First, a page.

And Lady Culross's first letter to John Livingstone is, in every point of view, a remarkable piece. It has a strength, an irony, and a tenderness in it that at once tell the reader that he is in the hands of a very remarkable writer. But it is not Lady Culross's literature that so much interests us and holds us, it is her religion; and it is its depth, its intensity, and the way it grows in winter. After a long and racy introduction, sometimes difficult to decipher, from its Fife idioms and obsolete spelling, she goes on thus: 'Did you get any heart to remember me and my bonds? As for me, I never found so great impediment within. Still, it is the Lord with whom we have to do, and He gives and takes, casts down and raises up, kills and makes alive as pleases His Majesty. . . . My task at home is augmented and tripled, and yet I fear worse. Sin in me and in mine is my greatest cross. I would, if it were the Lord's will, choose affliction rather than iniquity.­Yours in C., E. Melvil.'

It was now winter with John Livingstone. The persecution had overtaken him, and this is how her ladyship writes to him:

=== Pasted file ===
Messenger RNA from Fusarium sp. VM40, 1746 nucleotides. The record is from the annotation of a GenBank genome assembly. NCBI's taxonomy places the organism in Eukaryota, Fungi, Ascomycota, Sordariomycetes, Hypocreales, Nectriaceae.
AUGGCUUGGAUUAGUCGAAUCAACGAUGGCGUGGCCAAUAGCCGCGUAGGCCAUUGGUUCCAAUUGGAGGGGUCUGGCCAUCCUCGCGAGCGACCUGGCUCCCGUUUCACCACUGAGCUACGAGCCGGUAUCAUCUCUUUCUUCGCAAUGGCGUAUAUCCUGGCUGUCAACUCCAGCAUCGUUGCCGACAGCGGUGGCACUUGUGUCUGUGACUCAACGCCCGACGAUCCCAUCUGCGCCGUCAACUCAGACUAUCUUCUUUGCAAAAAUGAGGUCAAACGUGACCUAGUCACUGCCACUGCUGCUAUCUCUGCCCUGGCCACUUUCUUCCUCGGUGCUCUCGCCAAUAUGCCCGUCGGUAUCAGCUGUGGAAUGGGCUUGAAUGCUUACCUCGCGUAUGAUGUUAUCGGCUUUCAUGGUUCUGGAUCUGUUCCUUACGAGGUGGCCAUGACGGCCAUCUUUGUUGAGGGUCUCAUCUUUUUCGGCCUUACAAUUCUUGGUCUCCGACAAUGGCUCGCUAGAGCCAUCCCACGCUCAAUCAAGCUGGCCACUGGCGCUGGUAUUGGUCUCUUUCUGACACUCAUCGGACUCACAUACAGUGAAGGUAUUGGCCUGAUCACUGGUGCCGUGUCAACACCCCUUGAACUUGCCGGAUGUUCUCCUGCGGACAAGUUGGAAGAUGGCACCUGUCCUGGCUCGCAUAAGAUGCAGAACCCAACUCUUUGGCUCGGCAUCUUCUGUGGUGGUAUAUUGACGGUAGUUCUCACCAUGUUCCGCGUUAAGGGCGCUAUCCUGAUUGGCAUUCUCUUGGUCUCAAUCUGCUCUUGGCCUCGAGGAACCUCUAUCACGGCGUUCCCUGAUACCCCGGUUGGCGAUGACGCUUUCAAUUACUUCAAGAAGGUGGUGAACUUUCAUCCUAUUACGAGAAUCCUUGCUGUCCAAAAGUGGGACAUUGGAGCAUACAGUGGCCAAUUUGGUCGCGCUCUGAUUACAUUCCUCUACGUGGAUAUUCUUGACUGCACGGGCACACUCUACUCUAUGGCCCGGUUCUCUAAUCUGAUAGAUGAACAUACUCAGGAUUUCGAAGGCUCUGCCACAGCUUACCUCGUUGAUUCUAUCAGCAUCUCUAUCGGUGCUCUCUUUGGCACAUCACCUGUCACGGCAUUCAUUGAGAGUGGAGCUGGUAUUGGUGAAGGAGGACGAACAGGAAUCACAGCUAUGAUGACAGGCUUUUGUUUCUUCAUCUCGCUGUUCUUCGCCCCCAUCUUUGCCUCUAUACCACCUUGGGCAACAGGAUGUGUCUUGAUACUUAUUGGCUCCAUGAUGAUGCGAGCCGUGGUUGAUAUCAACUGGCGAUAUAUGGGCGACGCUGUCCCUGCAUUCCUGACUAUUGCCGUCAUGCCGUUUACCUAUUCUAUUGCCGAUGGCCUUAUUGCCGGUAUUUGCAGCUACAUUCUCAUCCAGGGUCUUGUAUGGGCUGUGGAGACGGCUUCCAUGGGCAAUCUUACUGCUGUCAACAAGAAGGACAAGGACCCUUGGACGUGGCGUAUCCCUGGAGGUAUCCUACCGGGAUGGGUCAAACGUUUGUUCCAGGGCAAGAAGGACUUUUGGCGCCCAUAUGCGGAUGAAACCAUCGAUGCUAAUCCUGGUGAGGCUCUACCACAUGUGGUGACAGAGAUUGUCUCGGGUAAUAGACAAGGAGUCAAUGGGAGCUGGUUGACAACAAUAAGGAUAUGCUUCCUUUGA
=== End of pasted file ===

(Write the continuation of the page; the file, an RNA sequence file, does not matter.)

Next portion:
'My very worthy and dear brother: Courage, dear brother: it is all in love, all works together for the best. You must be hewn and hammered and drest and prepared before you can be a Leiving-ston fit for His building. And if He is minded to make you meet to help others, you must look for another manner of strokes than you have yet felt, . . . but when you are laid low, and are vile in your own eyes, then He will raise you up and refresh you with some blinks of His favourable countenance, that you may be able to comfort others with those consolations wherewith you have been comforted of Him. . . . Since God has put His work in your weak hands, look not for long case here: you must feel the full weight of your calling: a weak man with a strong God. The pain is but a moment, the pleasure is everlasting, . . . cross upon cross. the end of one with me is but the beginning of another: but guiltiness in me and in mine is my greatest cross.' And after midnight one Sabbath she writes again to Livingstone: 'You cannot but say that the Lord was with you to-day; therefore, not only be content, but bless His name who put His word in your heart and in your mouth, and has overcome you with mercy when you deserved nothing but wrath, and has not only forgiven your many sins, but has saved you from breaking out, as it may be better men have done; but He has covered you and restrained you; has loved you freely and has made His saints to love you; who will guide you also with His counsel, and afterwards receive you to His glory.'